On April 21–27, more than 34,000 people engaged in hands-on activities and demonstrations at schools, shopping malls, libraries, and other public venues as part of Chemists Celebrate Earth Week.
CCEW is the American Chemical Society’s second-largest public awareness campaign, held annually to communicate the positive role that chemistry plays in the world. This year’s theme highlighted the chemistry of paper.
A majority of ACS’s 185 local sections participated in this year’s celebration, and more than 86,000 copies of the publication Celebrating Chemistry were distributed in English and Spanish. In addition, eight student winners were named in the Illustrated Poem Contest (see box).
The following are highlights of this year’s celebration around the US.
Members of the Ames Local Section learned about the chemistry behind archiving books during a tour of the Des Moines Public Library.
The California Section treated several hundred visitors to hands-on activities at the John Muir National Historic Site. Activities included a periodic table puzzle and a demonstration of cellulose alignment in paper.
The Central North Carolina Section hosted a stream-cleaning event where volunteers removed litter from waterways.
The Central Wisconsin Section took participants on tours of the University of Wisconsin–Stevens Point’s paper machine and hosted hands-on activities on making paper, building batteries, and cleaning up oil spills.
Volunteers from the Columbus Section hosted hands-on activities and visited two after-school programs for immigrants and refugees.
Members of the East Central Illinois Local Section toured a local paper press, listened to a talk on how to make environmentally friendly paper, and held demonstrations at the local library.
The Erie Local Section participated in the Erie Earth Day Festival, where volunteers handed out plant seedlings and CCEW materials.
In the Georgia Section, more than 900 people participated in hands-on activities at local museums, high schools, and Georgia Gwinnett College. Participants also toured the Robert C. Williams Museum of Papermaking.
The Hawaii Local Section entertained a group of children at Manoa Public Library with activities such as making paper helicopters.
The Idaho Local Section cosponsored the Portneuf Valley Environmental Fair, where volunteers served liquid-nitrogen ice cream and led hands-on activities.
The Kalamazoo Section hosted outreach events at Bronson Park and the Celery Flats Interpretive Center.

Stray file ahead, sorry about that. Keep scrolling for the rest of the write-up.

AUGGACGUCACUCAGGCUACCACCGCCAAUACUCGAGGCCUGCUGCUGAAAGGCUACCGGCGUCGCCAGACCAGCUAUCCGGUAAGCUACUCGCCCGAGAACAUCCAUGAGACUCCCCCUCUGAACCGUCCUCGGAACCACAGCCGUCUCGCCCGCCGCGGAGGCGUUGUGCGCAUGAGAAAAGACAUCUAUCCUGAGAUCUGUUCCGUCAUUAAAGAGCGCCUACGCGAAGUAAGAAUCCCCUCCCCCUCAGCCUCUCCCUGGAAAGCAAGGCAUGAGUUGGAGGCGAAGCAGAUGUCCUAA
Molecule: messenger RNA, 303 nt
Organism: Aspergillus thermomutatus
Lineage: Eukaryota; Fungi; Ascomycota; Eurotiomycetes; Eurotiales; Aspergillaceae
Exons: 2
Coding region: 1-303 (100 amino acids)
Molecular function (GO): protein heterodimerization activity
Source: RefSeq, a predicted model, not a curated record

The Louisiana Local Section partnered with the New Orleans Botanical Garden for an event focused on the environment and sustainability. Activity tables included using red cabbage as a pH indicator and testing the acidity of orange juice.
The Maryland Section hosted activities at nine libraries in three counties.
In the Northeast Tennessee Local Section, 74 Girl Scouts learned about the chemical properties of various types of paper.
In the Northeast Wisconsin Section, more than 100 middle school students recycled used printer paper into paper containing seeds that could be planted. The local section also participated in Earth Day programs at the Oshkosh Public Library.
The Northeastern Section organized 14 hands-on activities for more than 500 visitors to the Museum of Science in Boston. Activities included making paper and dissecting a diaper.
In the Northern New York Section, Dana Barry of Clarkson University presented a workshop on the chemistry of paper to science students at St. Mary’s Catholic School.
The Orange County Section hosted a workshop in which participants learned about the chemistry of concrete. Afterward, each participant made samples of concrete.
The Permian Basin Section held hands-on activities at the San Angelo Museum of Fine Arts’ Family Day event.
The Philadelphia Section distributed workbooks and other educational items to the United Way of Bucks County and to the Philadelphia Area Girls Enjoying Science program.
The Portland Local Section participated in a community tree-planting event in a Portland neighborhood.
The Puerto Rico Section held its annual Festival de Química celebration in San Juan. More than 500 volunteers engaged in hands-on activities with more than 1,000 visitors. Volunteers from the section also visited schools.
The San Diego Section hosted hands-on activities at the EarthFair in Balboa Park. Activities included learning about ocean acidification by dissolving seashells.
The Silicon Valley Section held an event at the San José Public Library. Volunteers discussed the chemistry of paper while showing visitors how to fold origami. More than 60 people participated in activities.
In the South Florida Local Section, the Barry University student chapter participated in the university’s annual Earth Day Carnival. Students shared information about global warming and ocean acidification.
The Southern Arizona Local Section participated in the Tucson Earth Day Festival at Armory Park in downtown Tucson. More than 2,000 visitors engaged in activities, such as making paper and listening to environmental talks.
Next year’s celebration will take place on April 19–25 with the theme “Protecting Our Planet through Chemistry.” Volunteers are invited to participate in ACS’s Outreach Training Program, which helps ACS members maximize society resources through workshops at regional meetings and online webinars. For more information, visit bit.ly/2MC1sdn.
Earth Day poetry
The ACS Committee on Community Activities and the ACS Office of Science Outreach have announced the winners of the 2019 Chemists Celebrate Earth Week Illustrated Poem Contest, in which K–12 students were invited to share their interpretation of this year’s theme, “Take Note: The Chemistry of Paper,” in the form of illustrated poems. First-place winners in each grade category received $300. Second-place winners received $150.